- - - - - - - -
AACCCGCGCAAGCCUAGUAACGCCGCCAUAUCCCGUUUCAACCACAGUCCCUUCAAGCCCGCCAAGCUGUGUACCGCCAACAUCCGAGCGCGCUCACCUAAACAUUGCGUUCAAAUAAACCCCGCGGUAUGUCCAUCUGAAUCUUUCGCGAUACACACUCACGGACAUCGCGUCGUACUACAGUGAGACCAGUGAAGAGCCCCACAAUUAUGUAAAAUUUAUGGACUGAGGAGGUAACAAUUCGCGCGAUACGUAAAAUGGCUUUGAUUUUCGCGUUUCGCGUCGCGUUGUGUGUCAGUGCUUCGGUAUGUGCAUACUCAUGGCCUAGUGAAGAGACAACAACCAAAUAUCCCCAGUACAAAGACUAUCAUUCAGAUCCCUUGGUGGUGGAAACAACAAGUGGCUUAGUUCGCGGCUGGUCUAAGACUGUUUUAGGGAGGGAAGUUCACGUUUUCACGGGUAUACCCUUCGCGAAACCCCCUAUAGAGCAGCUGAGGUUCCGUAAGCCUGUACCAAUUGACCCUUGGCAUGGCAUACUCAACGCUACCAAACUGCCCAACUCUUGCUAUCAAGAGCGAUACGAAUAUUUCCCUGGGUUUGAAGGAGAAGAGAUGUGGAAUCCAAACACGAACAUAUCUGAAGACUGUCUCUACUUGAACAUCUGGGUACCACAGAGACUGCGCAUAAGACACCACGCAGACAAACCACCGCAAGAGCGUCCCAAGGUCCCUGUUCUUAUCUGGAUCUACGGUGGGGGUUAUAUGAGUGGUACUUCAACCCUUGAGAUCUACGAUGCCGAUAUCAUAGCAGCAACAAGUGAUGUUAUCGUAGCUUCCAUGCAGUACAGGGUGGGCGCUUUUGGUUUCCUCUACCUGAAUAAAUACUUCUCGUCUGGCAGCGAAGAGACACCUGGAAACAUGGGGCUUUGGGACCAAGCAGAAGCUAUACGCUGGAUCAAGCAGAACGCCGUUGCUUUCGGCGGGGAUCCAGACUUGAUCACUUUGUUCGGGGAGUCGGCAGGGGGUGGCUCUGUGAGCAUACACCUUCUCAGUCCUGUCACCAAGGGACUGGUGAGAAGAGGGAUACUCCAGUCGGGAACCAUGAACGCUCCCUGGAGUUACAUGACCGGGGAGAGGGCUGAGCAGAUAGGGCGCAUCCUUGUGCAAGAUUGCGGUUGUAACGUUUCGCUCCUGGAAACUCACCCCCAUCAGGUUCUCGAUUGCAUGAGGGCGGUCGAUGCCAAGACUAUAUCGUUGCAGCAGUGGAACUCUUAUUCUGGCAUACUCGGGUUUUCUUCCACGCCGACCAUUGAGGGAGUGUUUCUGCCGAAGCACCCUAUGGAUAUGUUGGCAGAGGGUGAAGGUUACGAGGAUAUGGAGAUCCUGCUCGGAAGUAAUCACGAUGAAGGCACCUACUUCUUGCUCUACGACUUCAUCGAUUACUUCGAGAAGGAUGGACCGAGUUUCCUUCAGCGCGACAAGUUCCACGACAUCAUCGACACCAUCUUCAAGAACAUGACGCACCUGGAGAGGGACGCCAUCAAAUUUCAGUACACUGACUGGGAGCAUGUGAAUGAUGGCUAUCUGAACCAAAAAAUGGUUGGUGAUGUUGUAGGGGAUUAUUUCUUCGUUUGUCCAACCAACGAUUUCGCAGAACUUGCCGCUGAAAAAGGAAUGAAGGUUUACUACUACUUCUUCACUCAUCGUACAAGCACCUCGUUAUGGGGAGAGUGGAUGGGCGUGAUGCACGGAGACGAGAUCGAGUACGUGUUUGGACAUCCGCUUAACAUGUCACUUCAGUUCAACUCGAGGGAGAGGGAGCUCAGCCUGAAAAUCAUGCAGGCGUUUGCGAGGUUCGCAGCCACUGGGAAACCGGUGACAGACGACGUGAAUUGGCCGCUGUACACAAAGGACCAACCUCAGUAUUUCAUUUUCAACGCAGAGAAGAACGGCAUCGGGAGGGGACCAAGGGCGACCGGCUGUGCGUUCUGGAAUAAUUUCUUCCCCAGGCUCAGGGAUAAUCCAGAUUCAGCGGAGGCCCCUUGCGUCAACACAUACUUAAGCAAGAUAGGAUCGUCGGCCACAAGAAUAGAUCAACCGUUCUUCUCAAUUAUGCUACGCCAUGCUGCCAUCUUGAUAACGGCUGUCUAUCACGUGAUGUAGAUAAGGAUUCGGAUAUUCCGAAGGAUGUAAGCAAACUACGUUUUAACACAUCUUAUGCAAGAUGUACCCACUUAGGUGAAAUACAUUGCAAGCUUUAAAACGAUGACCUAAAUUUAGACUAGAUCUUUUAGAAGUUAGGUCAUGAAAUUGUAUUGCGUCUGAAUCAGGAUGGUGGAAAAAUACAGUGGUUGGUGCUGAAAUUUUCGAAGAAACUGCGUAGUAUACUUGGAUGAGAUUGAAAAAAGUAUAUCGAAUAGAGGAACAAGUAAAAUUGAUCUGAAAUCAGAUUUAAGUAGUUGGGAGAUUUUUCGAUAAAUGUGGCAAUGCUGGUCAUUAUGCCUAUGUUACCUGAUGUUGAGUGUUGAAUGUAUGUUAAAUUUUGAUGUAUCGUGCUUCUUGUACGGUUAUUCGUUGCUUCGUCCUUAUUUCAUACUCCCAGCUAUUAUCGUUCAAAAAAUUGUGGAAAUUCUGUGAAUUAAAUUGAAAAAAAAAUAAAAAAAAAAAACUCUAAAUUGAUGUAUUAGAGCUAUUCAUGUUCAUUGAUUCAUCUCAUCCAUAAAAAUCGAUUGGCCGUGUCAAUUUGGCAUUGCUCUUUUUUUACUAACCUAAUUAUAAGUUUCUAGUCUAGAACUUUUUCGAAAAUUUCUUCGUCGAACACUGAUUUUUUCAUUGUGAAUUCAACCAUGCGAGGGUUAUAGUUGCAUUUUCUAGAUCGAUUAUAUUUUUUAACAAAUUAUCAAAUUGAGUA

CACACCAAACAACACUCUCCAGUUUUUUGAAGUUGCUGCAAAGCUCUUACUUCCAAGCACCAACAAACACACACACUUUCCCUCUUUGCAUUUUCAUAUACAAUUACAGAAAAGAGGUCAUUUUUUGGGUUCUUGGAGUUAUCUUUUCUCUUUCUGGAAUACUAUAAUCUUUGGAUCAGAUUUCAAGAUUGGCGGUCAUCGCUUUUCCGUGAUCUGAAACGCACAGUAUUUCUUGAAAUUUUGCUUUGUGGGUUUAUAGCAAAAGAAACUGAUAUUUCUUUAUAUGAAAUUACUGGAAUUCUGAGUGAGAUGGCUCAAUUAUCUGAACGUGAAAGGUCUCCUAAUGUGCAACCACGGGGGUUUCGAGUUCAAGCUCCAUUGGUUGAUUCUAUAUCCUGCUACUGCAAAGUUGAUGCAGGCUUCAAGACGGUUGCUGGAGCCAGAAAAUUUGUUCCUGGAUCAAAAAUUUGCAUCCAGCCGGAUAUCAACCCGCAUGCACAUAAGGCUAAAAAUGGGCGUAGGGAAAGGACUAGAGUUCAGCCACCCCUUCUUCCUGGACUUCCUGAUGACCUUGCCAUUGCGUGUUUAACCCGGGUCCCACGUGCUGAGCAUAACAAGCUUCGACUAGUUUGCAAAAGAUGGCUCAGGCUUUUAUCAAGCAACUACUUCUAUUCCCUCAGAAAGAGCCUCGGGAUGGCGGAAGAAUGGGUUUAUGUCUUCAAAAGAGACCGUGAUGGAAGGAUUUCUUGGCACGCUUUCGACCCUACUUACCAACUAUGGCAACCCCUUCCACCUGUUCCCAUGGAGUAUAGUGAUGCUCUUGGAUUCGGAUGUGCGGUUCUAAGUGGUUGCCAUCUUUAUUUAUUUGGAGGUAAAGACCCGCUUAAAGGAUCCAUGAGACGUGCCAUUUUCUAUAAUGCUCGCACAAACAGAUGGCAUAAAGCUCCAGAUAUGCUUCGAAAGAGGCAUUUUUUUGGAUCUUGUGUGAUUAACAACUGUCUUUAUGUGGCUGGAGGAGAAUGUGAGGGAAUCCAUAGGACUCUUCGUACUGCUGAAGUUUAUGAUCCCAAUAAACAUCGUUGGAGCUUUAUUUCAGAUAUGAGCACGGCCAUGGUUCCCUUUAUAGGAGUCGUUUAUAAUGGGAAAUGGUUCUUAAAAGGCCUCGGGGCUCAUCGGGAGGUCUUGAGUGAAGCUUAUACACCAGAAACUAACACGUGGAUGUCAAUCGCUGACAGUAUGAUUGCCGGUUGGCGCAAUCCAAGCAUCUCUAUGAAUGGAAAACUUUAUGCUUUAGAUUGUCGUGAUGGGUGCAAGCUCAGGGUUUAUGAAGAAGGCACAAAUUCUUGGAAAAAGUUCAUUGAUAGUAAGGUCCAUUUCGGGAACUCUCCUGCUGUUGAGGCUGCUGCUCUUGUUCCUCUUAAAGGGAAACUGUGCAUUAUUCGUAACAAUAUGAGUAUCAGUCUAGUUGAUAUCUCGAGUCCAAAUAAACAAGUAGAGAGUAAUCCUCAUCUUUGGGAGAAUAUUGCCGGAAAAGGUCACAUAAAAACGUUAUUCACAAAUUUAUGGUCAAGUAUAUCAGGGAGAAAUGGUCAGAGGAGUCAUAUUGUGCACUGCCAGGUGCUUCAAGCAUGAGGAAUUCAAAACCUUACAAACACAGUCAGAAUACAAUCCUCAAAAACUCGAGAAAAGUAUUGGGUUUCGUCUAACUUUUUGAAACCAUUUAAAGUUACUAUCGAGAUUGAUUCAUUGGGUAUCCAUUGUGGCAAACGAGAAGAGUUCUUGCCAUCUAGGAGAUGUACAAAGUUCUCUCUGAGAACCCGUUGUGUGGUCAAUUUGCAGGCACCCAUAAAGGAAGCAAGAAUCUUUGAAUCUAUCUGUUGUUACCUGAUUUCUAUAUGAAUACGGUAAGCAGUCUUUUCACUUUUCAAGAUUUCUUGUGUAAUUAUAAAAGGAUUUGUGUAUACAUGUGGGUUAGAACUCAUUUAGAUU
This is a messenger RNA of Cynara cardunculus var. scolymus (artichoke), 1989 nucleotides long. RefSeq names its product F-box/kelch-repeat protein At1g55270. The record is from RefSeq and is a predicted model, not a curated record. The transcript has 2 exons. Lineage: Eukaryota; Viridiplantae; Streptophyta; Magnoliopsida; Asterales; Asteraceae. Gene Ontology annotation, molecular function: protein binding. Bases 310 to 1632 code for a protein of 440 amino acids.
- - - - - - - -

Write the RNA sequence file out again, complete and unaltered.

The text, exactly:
AACCCGCGCAAGCCUAGUAACGCCGCCAUAUCCCGUUUCAACCACAGUCCCUUCAAGCCCGCCAAGCUGUGUACCGCCAACAUCCGAGCGCGCUCACCUAAACAUUGCGUUCAAAUAAACCCCGCGGUAUGUCCAUCUGAAUCUUUCGCGAUACACACUCACGGACAUCGCGUCGUACUACAGUGAGACCAGUGAAGAGCCCCACAAUUAUGUAAAAUUUAUGGACUGAGGAGGUAACAAUUCGCGCGAUACGUAAAAUGGCUUUGAUUUUCGCGUUUCGCGUCGCGUUGUGUGUCAGUGCUUCGGUAUGUGCAUACUCAUGGCCUAGUGAAGAGACAACAACCAAAUAUCCCCAGUACAAAGACUAUCAUUCAGAUCCCUUGGUGGUGGAAACAACAAGUGGCUUAGUUCGCGGCUGGUCUAAGACUGUUUUAGGGAGGGAAGUUCACGUUUUCACGGGUAUACCCUUCGCGAAACCCCCUAUAGAGCAGCUGAGGUUCCGUAAGCCUGUACCAAUUGACCCUUGGCAUGGCAUACUCAACGCUACCAAACUGCCCAACUCUUGCUAUCAAGAGCGAUACGAAUAUUUCCCUGGGUUUGAAGGAGAAGAGAUGUGGAAUCCAAACACGAACAUAUCUGAAGACUGUCUCUACUUGAACAUCUGGGUACCACAGAGACUGCGCAUAAGACACCACGCAGACAAACCACCGCAAGAGCGUCCCAAGGUCCCUGUUCUUAUCUGGAUCUACGGUGGGGGUUAUAUGAGUGGUACUUCAACCCUUGAGAUCUACGAUGCCGAUAUCAUAGCAGCAACAAGUGAUGUUAUCGUAGCUUCCAUGCAGUACAGGGUGGGCGCUUUUGGUUUCCUCUACCUGAAUAAAUACUUCUCGUCUGGCAGCGAAGAGACACCUGGAAACAUGGGGCUUUGGGACCAAGCAGAAGCUAUACGCUGGAUCAAGCAGAACGCCGUUGCUUUCGGCGGGGAUCCAGACUUGAUCACUUUGUUCGGGGAGUCGGCAGGGGGUGGCUCUGUGAGCAUACACCUUCUCAGUCCUGUCACCAAGGGACUGGUGAGAAGAGGGAUACUCCAGUCGGGAACCAUGAACGCUCCCUGGAGUUACAUGACCGGGGAGAGGGCUGAGCAGAUAGGGCGCAUCCUUGUGCAAGAUUGCGGUUGUAACGUUUCGCUCCUGGAAACUCACCCCCAUCAGGUUCUCGAUUGCAUGAGGGCGGUCGAUGCCAAGACUAUAUCGUUGCAGCAGUGGAACUCUUAUUCUGGCAUACUCGGGUUUUCUUCCACGCCGACCAUUGAGGGAGUGUUUCUGCCGAAGCACCCUAUGGAUAUGUUGGCAGAGGGUGAAGGUUACGAGGAUAUGGAGAUCCUGCUCGGAAGUAAUCACGAUGAAGGCACCUACUUCUUGCUCUACGACUUCAUCGAUUACUUCGAGAAGGAUGGACCGAGUUUCCUUCAGCGCGACAAGUUCCACGACAUCAUCGACACCAUCUUCAAGAACAUGACGCACCUGGAGAGGGACGCCAUCAAAUUUCAGUACACUGACUGGGAGCAUGUGAAUGAUGGCUAUCUGAACCAAAAAAUGGUUGGUGAUGUUGUAGGGGAUUAUUUCUUCGUUUGUCCAACCAACGAUUUCGCAGAACUUGCCGCUGAAAAAGGAAUGAAGGUUUACUACUACUUCUUCACUCAUCGUACAAGCACCUCGUUAUGGGGAGAGUGGAUGGGCGUGAUGCACGGAGACGAGAUCGAGUACGUGUUUGGACAUCCGCUUAACAUGUCACUUCAGUUCAACUCGAGGGAGAGGGAGCUCAGCCUGAAAAUCAUGCAGGCGUUUGCGAGGUUCGCAGCCACUGGGAAACCGGUGACAGACGACGUGAAUUGGCCGCUGUACACAAAGGACCAACCUCAGUAUUUCAUUUUCAACGCAGAGAAGAACGGCAUCGGGAGGGGACCAAGGGCGACCGGCUGUGCGUUCUGGAAUAAUUUCUUCCCCAGGCUCAGGGAUAAUCCAGAUUCAGCGGAGGCCCCUUGCGUCAACACAUACUUAAGCAAGAUAGGAUCGUCGGCCACAAGAAUAGAUCAACCGUUCUUCUCAAUUAUGCUACGCCAUGCUGCCAUCUUGAUAACGGCUGUCUAUCACGUGAUGUAGAUAAGGAUUCGGAUAUUCCGAAGGAUGUAAGCAAACUACGUUUUAACACAUCUUAUGCAAGAUGUACCCACUUAGGUGAAAUACAUUGCAAGCUUUAAAACGAUGACCUAAAUUUAGACUAGAUCUUUUAGAAGUUAGGUCAUGAAAUUGUAUUGCGUCUGAAUCAGGAUGGUGGAAAAAUACAGUGGUUGGUGCUGAAAUUUUCGAAGAAACUGCGUAGUAUACUUGGAUGAGAUUGAAAAAAGUAUAUCGAAUAGAGGAACAAGUAAAAUUGAUCUGAAAUCAGAUUUAAGUAGUUGGGAGAUUUUUCGAUAAAUGUGGCAAUGCUGGUCAUUAUGCCUAUGUUACCUGAUGUUGAGUGUUGAAUGUAUGUUAAAUUUUGAUGUAUCGUGCUUCUUGUACGGUUAUUCGUUGCUUCGUCCUUAUUUCAUACUCCCAGCUAUUAUCGUUCAAAAAAUUGUGGAAAUUCUGUGAAUUAAAUUGAAAAAAAAAUAAAAAAAAAAAACUCUAAAUUGAUGUAUUAGAGCUAUUCAUGUUCAUUGAUUCAUCUCAUCCAUAAAAAUCGAUUGGCCGUGUCAAUUUGGCAUUGCUCUUUUUUUACUAACCUAAUUAUAAGUUUCUAGUCUAGAACUUUUUCGAAAAUUUCUUCGUCGAACACUGAUUUUUUCAUUGUGAAUUCAACCAUGCGAGGGUUAUAGUUGCAUUUUCUAGAUCGAUUAUAUUUUUUAACAAAUUAUCAAAUUGAGUA

CACACCAAACAACACUCUCCAGUUUUUUGAAGUUGCUGCAAAGCUCUUACUUCCAAGCACCAACAAACACACACACUUUCCCUCUUUGCAUUUUCAUAUACAAUUACAGAAAAGAGGUCAUUUUUUGGGUUCUUGGAGUUAUCUUUUCUCUUUCUGGAAUACUAUAAUCUUUGGAUCAGAUUUCAAGAUUGGCGGUCAUCGCUUUUCCGUGAUCUGAAACGCACAGUAUUUCUUGAAAUUUUGCUUUGUGGGUUUAUAGCAAAAGAAACUGAUAUUUCUUUAUAUGAAAUUACUGGAAUUCUGAGUGAGAUGGCUCAAUUAUCUGAACGUGAAAGGUCUCCUAAUGUGCAACCACGGGGGUUUCGAGUUCAAGCUCCAUUGGUUGAUUCUAUAUCCUGCUACUGCAAAGUUGAUGCAGGCUUCAAGACGGUUGCUGGAGCCAGAAAAUUUGUUCCUGGAUCAAAAAUUUGCAUCCAGCCGGAUAUCAACCCGCAUGCACAUAAGGCUAAAAAUGGGCGUAGGGAAAGGACUAGAGUUCAGCCACCCCUUCUUCCUGGACUUCCUGAUGACCUUGCCAUUGCGUGUUUAACCCGGGUCCCACGUGCUGAGCAUAACAAGCUUCGACUAGUUUGCAAAAGAUGGCUCAGGCUUUUAUCAAGCAACUACUUCUAUUCCCUCAGAAAGAGCCUCGGGAUGGCGGAAGAAUGGGUUUAUGUCUUCAAAAGAGACCGUGAUGGAAGGAUUUCUUGGCACGCUUUCGACCCUACUUACCAACUAUGGCAACCCCUUCCACCUGUUCCCAUGGAGUAUAGUGAUGCUCUUGGAUUCGGAUGUGCGGUUCUAAGUGGUUGCCAUCUUUAUUUAUUUGGAGGUAAAGACCCGCUUAAAGGAUCCAUGAGACGUGCCAUUUUCUAUAAUGCUCGCACAAACAGAUGGCAUAAAGCUCCAGAUAUGCUUCGAAAGAGGCAUUUUUUUGGAUCUUGUGUGAUUAACAACUGUCUUUAUGUGGCUGGAGGAGAAUGUGAGGGAAUCCAUAGGACUCUUCGUACUGCUGAAGUUUAUGAUCCCAAUAAACAUCGUUGGAGCUUUAUUUCAGAUAUGAGCACGGCCAUGGUUCCCUUUAUAGGAGUCGUUUAUAAUGGGAAAUGGUUCUUAAAAGGCCUCGGGGCUCAUCGGGAGGUCUUGAGUGAAGCUUAUACACCAGAAACUAACACGUGGAUGUCAAUCGCUGACAGUAUGAUUGCCGGUUGGCGCAAUCCAAGCAUCUCUAUGAAUGGAAAACUUUAUGCUUUAGAUUGUCGUGAUGGGUGCAAGCUCAGGGUUUAUGAAGAAGGCACAAAUUCUUGGAAAAAGUUCAUUGAUAGUAAGGUCCAUUUCGGGAACUCUCCUGCUGUUGAGGCUGCUGCUCUUGUUCCUCUUAAAGGGAAACUGUGCAUUAUUCGUAACAAUAUGAGUAUCAGUCUAGUUGAUAUCUCGAGUCCAAAUAAACAAGUAGAGAGUAAUCCUCAUCUUUGGGAGAAUAUUGCCGGAAAAGGUCACAUAAAAACGUUAUUCACAAAUUUAUGGUCAAGUAUAUCAGGGAGAAAUGGUCAGAGGAGUCAUAUUGUGCACUGCCAGGUGCUUCAAGCAUGAGGAAUUCAAAACCUUACAAACACAGUCAGAAUACAAUCCUCAAAAACUCGAGAAAAGUAUUGGGUUUCGUCUAACUUUUUGAAACCAUUUAAAGUUACUAUCGAGAUUGAUUCAUUGGGUAUCCAUUGUGGCAAACGAGAAGAGUUCUUGCCAUCUAGGAGAUGUACAAAGUUCUCUCUGAGAACCCGUUGUGUGGUCAAUUUGCAGGCACCCAUAAAGGAAGCAAGAAUCUUUGAAUCUAUCUGUUGUUACCUGAUUUCUAUAUGAAUACGGUAAGCAGUCUUUUCACUUUUCAAGAUUUCUUGUGUAAUUAUAAAAGGAUUUGUGUAUACAUGUGGGUUAGAACUCAUUUAGAUU
This is a messenger RNA of Cynara cardunculus var. scolymus (artichoke), 1989 nucleotides long. RefSeq names its product F-box/kelch-repeat protein At1g55270. The record is from RefSeq and is a predicted model, not a curated record. The transcript has 2 exons. Lineage: Eukaryota; Viridiplantae; Streptophyta; Magnoliopsida; Asterales; Asteraceae. Gene Ontology annotation, molecular function: protein binding. Bases 310 to 1632 code for a protein of 440 amino acids.